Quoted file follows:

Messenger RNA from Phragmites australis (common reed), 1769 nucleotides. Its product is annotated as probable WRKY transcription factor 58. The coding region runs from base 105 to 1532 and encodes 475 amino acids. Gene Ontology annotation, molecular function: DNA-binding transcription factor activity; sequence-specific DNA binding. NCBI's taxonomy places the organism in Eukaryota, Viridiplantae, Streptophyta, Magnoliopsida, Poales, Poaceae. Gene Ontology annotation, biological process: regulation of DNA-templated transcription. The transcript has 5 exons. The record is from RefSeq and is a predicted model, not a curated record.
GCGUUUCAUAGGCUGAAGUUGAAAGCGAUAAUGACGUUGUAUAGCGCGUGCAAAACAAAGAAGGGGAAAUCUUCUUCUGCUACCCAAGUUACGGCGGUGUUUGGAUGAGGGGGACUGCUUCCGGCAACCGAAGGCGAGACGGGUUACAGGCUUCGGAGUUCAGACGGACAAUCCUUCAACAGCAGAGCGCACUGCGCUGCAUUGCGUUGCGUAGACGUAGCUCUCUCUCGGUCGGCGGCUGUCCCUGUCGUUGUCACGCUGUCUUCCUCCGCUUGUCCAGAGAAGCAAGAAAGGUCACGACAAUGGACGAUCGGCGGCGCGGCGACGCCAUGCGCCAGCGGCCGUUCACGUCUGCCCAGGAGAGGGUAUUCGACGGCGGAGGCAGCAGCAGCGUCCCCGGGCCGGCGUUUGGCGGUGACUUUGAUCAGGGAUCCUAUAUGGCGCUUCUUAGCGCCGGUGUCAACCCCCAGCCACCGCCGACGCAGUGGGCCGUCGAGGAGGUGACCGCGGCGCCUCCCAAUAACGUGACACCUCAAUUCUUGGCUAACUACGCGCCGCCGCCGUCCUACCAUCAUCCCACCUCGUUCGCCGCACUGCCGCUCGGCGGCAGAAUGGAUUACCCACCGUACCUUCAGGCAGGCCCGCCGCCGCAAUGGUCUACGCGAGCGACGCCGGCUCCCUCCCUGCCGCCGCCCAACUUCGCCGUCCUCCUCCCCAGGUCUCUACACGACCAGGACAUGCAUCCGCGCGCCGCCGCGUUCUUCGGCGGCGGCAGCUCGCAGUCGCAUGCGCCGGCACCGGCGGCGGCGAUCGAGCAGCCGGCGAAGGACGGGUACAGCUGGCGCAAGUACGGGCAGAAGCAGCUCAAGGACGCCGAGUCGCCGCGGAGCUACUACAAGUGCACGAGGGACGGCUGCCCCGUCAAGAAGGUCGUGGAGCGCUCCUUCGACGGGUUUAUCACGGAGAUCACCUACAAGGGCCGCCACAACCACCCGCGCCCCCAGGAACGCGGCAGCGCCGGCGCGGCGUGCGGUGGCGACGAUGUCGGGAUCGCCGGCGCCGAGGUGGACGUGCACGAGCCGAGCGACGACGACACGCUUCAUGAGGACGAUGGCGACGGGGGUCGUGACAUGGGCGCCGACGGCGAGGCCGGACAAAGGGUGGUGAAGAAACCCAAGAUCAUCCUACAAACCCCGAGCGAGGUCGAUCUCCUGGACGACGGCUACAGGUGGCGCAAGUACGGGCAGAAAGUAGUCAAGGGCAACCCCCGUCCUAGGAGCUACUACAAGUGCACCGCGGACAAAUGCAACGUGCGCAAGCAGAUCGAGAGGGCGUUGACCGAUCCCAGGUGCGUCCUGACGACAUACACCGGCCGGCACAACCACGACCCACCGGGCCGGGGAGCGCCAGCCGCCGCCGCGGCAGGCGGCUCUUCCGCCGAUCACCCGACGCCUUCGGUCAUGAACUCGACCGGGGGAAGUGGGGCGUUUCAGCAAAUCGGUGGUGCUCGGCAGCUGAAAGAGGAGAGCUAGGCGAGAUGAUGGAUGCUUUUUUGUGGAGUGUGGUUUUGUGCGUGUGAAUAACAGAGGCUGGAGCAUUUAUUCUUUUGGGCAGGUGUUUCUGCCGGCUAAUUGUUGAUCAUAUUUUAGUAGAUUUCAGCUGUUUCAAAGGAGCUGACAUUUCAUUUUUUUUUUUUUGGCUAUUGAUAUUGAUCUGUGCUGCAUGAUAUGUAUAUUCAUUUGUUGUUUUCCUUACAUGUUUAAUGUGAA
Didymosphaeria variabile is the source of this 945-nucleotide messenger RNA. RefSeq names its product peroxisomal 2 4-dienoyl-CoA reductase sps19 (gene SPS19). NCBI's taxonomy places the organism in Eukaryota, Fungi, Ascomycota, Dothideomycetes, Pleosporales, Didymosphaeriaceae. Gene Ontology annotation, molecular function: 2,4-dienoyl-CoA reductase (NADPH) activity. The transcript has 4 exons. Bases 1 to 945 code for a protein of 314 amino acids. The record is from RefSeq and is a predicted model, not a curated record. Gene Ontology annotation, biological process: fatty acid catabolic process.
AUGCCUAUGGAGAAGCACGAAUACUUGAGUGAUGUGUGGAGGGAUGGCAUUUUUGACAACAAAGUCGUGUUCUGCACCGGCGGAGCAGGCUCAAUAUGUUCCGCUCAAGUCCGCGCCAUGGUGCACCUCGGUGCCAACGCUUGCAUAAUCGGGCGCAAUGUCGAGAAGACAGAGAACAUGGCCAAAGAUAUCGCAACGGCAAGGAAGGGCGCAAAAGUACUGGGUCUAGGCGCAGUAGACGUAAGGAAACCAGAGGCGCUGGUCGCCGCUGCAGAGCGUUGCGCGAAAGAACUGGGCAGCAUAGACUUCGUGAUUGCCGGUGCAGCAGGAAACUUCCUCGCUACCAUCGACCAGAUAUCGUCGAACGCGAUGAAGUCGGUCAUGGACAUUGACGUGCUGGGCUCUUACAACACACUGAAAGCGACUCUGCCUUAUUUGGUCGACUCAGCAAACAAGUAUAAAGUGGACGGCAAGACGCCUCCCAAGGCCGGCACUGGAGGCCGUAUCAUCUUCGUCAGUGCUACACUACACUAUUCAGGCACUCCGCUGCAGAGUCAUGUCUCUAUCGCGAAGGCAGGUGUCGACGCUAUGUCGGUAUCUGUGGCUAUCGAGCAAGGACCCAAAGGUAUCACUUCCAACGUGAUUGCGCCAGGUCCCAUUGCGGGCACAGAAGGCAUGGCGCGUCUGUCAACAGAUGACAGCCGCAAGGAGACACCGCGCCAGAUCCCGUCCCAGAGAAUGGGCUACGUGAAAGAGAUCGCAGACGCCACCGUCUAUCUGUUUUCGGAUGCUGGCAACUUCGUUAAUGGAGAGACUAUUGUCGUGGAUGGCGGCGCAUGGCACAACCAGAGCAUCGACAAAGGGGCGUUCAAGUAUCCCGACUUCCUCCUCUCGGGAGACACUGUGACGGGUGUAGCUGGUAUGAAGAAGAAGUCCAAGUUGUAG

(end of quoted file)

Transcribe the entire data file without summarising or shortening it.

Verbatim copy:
Messenger RNA from Phragmites australis (common reed), 1769 nucleotides. Its product is annotated as probable WRKY transcription factor 58. The coding region runs from base 105 to 1532 and encodes 475 amino acids. Gene Ontology annotation, molecular function: DNA-binding transcription factor activity; sequence-specific DNA binding. NCBI's taxonomy places the organism in Eukaryota, Viridiplantae, Streptophyta, Magnoliopsida, Poales, Poaceae. Gene Ontology annotation, biological process: regulation of DNA-templated transcription. The transcript has 5 exons. The record is from RefSeq and is a predicted model, not a curated record.
GCGUUUCAUAGGCUGAAGUUGAAAGCGAUAAUGACGUUGUAUAGCGCGUGCAAAACAAAGAAGGGGAAAUCUUCUUCUGCUACCCAAGUUACGGCGGUGUUUGGAUGAGGGGGACUGCUUCCGGCAACCGAAGGCGAGACGGGUUACAGGCUUCGGAGUUCAGACGGACAAUCCUUCAACAGCAGAGCGCACUGCGCUGCAUUGCGUUGCGUAGACGUAGCUCUCUCUCGGUCGGCGGCUGUCCCUGUCGUUGUCACGCUGUCUUCCUCCGCUUGUCCAGAGAAGCAAGAAAGGUCACGACAAUGGACGAUCGGCGGCGCGGCGACGCCAUGCGCCAGCGGCCGUUCACGUCUGCCCAGGAGAGGGUAUUCGACGGCGGAGGCAGCAGCAGCGUCCCCGGGCCGGCGUUUGGCGGUGACUUUGAUCAGGGAUCCUAUAUGGCGCUUCUUAGCGCCGGUGUCAACCCCCAGCCACCGCCGACGCAGUGGGCCGUCGAGGAGGUGACCGCGGCGCCUCCCAAUAACGUGACACCUCAAUUCUUGGCUAACUACGCGCCGCCGCCGUCCUACCAUCAUCCCACCUCGUUCGCCGCACUGCCGCUCGGCGGCAGAAUGGAUUACCCACCGUACCUUCAGGCAGGCCCGCCGCCGCAAUGGUCUACGCGAGCGACGCCGGCUCCCUCCCUGCCGCCGCCCAACUUCGCCGUCCUCCUCCCCAGGUCUCUACACGACCAGGACAUGCAUCCGCGCGCCGCCGCGUUCUUCGGCGGCGGCAGCUCGCAGUCGCAUGCGCCGGCACCGGCGGCGGCGAUCGAGCAGCCGGCGAAGGACGGGUACAGCUGGCGCAAGUACGGGCAGAAGCAGCUCAAGGACGCCGAGUCGCCGCGGAGCUACUACAAGUGCACGAGGGACGGCUGCCCCGUCAAGAAGGUCGUGGAGCGCUCCUUCGACGGGUUUAUCACGGAGAUCACCUACAAGGGCCGCCACAACCACCCGCGCCCCCAGGAACGCGGCAGCGCCGGCGCGGCGUGCGGUGGCGACGAUGUCGGGAUCGCCGGCGCCGAGGUGGACGUGCACGAGCCGAGCGACGACGACACGCUUCAUGAGGACGAUGGCGACGGGGGUCGUGACAUGGGCGCCGACGGCGAGGCCGGACAAAGGGUGGUGAAGAAACCCAAGAUCAUCCUACAAACCCCGAGCGAGGUCGAUCUCCUGGACGACGGCUACAGGUGGCGCAAGUACGGGCAGAAAGUAGUCAAGGGCAACCCCCGUCCUAGGAGCUACUACAAGUGCACCGCGGACAAAUGCAACGUGCGCAAGCAGAUCGAGAGGGCGUUGACCGAUCCCAGGUGCGUCCUGACGACAUACACCGGCCGGCACAACCACGACCCACCGGGCCGGGGAGCGCCAGCCGCCGCCGCGGCAGGCGGCUCUUCCGCCGAUCACCCGACGCCUUCGGUCAUGAACUCGACCGGGGGAAGUGGGGCGUUUCAGCAAAUCGGUGGUGCUCGGCAGCUGAAAGAGGAGAGCUAGGCGAGAUGAUGGAUGCUUUUUUGUGGAGUGUGGUUUUGUGCGUGUGAAUAACAGAGGCUGGAGCAUUUAUUCUUUUGGGCAGGUGUUUCUGCCGGCUAAUUGUUGAUCAUAUUUUAGUAGAUUUCAGCUGUUUCAAAGGAGCUGACAUUUCAUUUUUUUUUUUUUGGCUAUUGAUAUUGAUCUGUGCUGCAUGAUAUGUAUAUUCAUUUGUUGUUUUCCUUACAUGUUUAAUGUGAA
Didymosphaeria variabile is the source of this 945-nucleotide messenger RNA. RefSeq names its product peroxisomal 2 4-dienoyl-CoA reductase sps19 (gene SPS19). NCBI's taxonomy places the organism in Eukaryota, Fungi, Ascomycota, Dothideomycetes, Pleosporales, Didymosphaeriaceae. Gene Ontology annotation, molecular function: 2,4-dienoyl-CoA reductase (NADPH) activity. The transcript has 4 exons. Bases 1 to 945 code for a protein of 314 amino acids. The record is from RefSeq and is a predicted model, not a curated record. Gene Ontology annotation, biological process: fatty acid catabolic process.
AUGCCUAUGGAGAAGCACGAAUACUUGAGUGAUGUGUGGAGGGAUGGCAUUUUUGACAACAAAGUCGUGUUCUGCACCGGCGGAGCAGGCUCAAUAUGUUCCGCUCAAGUCCGCGCCAUGGUGCACCUCGGUGCCAACGCUUGCAUAAUCGGGCGCAAUGUCGAGAAGACAGAGAACAUGGCCAAAGAUAUCGCAACGGCAAGGAAGGGCGCAAAAGUACUGGGUCUAGGCGCAGUAGACGUAAGGAAACCAGAGGCGCUGGUCGCCGCUGCAGAGCGUUGCGCGAAAGAACUGGGCAGCAUAGACUUCGUGAUUGCCGGUGCAGCAGGAAACUUCCUCGCUACCAUCGACCAGAUAUCGUCGAACGCGAUGAAGUCGGUCAUGGACAUUGACGUGCUGGGCUCUUACAACACACUGAAAGCGACUCUGCCUUAUUUGGUCGACUCAGCAAACAAGUAUAAAGUGGACGGCAAGACGCCUCCCAAGGCCGGCACUGGAGGCCGUAUCAUCUUCGUCAGUGCUACACUACACUAUUCAGGCACUCCGCUGCAGAGUCAUGUCUCUAUCGCGAAGGCAGGUGUCGACGCUAUGUCGGUAUCUGUGGCUAUCGAGCAAGGACCCAAAGGUAUCACUUCCAACGUGAUUGCGCCAGGUCCCAUUGCGGGCACAGAAGGCAUGGCGCGUCUGUCAACAGAUGACAGCCGCAAGGAGACACCGCGCCAGAUCCCGUCCCAGAGAAUGGGCUACGUGAAAGAGAUCGCAGACGCCACCGUCUAUCUGUUUUCGGAUGCUGGCAACUUCGUUAAUGGAGAGACUAUUGUCGUGGAUGGCGGCGCAUGGCACAACCAGAGCAUCGACAAAGGGGCGUUCAAGUAUCCCGACUUCCUCCUCUCGGGAGACACUGUGACGGGUGUAGCUGGUAUGAAGAAGAAGUCCAAGUUGUAG